Let’s take a look at what I see as the three keys to Sunday’s game:
The overture was great, but what about the encore?
It’s inaccurate to say that if the Timbers follow up Thursday’s memorable win with a poor performance and a bad result then Thursday won’t have meant as much, but it will leave a damper on everyone next week if that does happen. Of more importance though is the chance to really build some momentum before facing the Galaxy, RSL, and a three-game week nearing on the schedule. For the momentum to occur, the Timbers will need to dig deep and produce the same kind of effort, intensity, and hard work that they displayed for the rain-soaked 90 minutes against the Fire.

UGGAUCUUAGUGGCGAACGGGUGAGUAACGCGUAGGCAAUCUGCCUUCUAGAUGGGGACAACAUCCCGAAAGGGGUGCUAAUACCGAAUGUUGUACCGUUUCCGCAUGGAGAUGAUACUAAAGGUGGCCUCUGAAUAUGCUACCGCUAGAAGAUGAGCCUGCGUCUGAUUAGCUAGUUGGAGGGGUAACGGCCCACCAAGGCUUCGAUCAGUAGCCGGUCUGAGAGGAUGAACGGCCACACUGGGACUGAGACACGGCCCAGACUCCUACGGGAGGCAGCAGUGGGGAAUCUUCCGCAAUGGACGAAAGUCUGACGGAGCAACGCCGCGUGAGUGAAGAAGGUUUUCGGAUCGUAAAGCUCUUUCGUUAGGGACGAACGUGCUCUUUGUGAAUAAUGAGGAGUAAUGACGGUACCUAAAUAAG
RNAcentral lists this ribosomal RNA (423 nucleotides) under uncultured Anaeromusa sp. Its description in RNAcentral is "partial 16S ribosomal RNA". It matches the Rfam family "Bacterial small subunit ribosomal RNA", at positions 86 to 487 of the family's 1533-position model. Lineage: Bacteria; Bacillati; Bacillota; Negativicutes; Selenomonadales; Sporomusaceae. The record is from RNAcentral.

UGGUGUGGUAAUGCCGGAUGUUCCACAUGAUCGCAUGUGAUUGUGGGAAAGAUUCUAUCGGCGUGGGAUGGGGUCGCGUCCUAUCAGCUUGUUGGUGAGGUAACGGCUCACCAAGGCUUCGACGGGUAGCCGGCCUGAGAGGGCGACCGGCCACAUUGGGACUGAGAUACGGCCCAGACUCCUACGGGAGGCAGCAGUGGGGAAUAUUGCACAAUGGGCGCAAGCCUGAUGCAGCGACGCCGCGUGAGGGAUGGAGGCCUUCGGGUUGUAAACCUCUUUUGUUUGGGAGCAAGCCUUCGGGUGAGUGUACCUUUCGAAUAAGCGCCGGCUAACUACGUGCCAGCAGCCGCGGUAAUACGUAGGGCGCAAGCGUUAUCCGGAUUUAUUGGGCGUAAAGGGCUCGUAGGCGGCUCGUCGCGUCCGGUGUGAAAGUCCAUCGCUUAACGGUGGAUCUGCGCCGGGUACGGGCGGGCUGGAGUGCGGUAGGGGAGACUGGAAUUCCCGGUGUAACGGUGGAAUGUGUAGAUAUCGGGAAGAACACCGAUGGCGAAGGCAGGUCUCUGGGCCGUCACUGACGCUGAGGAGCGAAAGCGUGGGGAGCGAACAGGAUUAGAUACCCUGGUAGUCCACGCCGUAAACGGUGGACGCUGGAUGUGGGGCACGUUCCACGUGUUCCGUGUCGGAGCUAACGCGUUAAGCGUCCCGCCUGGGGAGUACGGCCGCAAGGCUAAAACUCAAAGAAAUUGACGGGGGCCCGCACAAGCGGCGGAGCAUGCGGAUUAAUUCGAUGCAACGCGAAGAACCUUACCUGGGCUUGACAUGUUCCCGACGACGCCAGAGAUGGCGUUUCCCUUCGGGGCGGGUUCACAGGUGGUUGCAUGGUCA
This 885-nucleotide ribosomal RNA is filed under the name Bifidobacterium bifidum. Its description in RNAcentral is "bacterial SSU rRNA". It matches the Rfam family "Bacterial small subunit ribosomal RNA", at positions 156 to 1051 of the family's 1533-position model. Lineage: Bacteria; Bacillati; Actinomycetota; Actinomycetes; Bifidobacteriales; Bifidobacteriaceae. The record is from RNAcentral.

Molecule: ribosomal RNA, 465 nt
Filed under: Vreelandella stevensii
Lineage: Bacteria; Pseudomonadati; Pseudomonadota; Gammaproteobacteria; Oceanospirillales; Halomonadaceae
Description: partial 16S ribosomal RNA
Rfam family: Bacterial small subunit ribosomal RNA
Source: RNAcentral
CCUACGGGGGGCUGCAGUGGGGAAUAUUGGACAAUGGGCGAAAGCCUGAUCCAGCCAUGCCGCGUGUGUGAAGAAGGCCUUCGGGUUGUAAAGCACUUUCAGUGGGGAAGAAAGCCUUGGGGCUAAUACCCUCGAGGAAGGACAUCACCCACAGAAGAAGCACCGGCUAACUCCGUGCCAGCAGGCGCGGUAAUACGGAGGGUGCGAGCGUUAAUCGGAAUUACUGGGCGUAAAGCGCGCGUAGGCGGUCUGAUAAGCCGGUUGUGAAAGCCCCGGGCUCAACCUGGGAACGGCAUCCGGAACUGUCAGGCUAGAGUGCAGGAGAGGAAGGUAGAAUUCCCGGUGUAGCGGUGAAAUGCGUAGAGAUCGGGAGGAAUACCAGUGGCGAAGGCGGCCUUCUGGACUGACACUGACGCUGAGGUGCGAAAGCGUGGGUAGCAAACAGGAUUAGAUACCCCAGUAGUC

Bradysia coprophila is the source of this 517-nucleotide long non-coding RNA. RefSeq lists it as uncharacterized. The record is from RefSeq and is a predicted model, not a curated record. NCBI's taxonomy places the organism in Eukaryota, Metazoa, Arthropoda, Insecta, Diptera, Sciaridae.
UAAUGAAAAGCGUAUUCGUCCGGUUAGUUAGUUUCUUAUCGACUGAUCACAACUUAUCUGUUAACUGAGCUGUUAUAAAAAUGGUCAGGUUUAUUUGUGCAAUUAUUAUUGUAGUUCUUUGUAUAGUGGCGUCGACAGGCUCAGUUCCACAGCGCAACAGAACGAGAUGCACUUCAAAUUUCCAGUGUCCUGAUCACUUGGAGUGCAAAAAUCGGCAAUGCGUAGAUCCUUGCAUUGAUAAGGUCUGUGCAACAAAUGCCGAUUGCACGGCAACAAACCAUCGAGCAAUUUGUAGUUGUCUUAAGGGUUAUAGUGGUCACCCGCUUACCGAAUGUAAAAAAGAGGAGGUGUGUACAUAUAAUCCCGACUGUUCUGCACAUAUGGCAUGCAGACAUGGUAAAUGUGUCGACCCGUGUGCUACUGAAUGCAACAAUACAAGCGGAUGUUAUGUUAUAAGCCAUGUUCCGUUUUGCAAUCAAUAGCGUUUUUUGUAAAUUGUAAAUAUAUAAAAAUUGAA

Can Jorge Perlaza stay in the goalscoring zone he found Thursday and perhaps bring Kenny Cooper along with him? Can Jake Gleeson—assuming he starts—shrug off the two late goals and keep playing with the same age-defying confidence he showed the last two-plus games? Can the holdovers from last year (Futty Danso, James Marcelin, and Kalif Alhassan) who moved into the starting lineup recently keep rewarding the faith shown in them by holding their spots ahead of more experienced options? Answers to these questions will be key to getting a win against the Hoops.
It’s the wings, stupid
I’m starting to feel like a broken record, but once again as I look at how the teams match up, I see how much importance each side places on its wide players, and how important winning that battle will be. We saw fantastic performances Thursday night from Portland’s Alhassan and Rodney Wallace on the left and Jeremy Hall and Steve Purdy on the right. All showed us the range of their talents, and in the case of Wallace, showing us all why the team was so interested in trading for him on the day of the MLS Expansion Draft.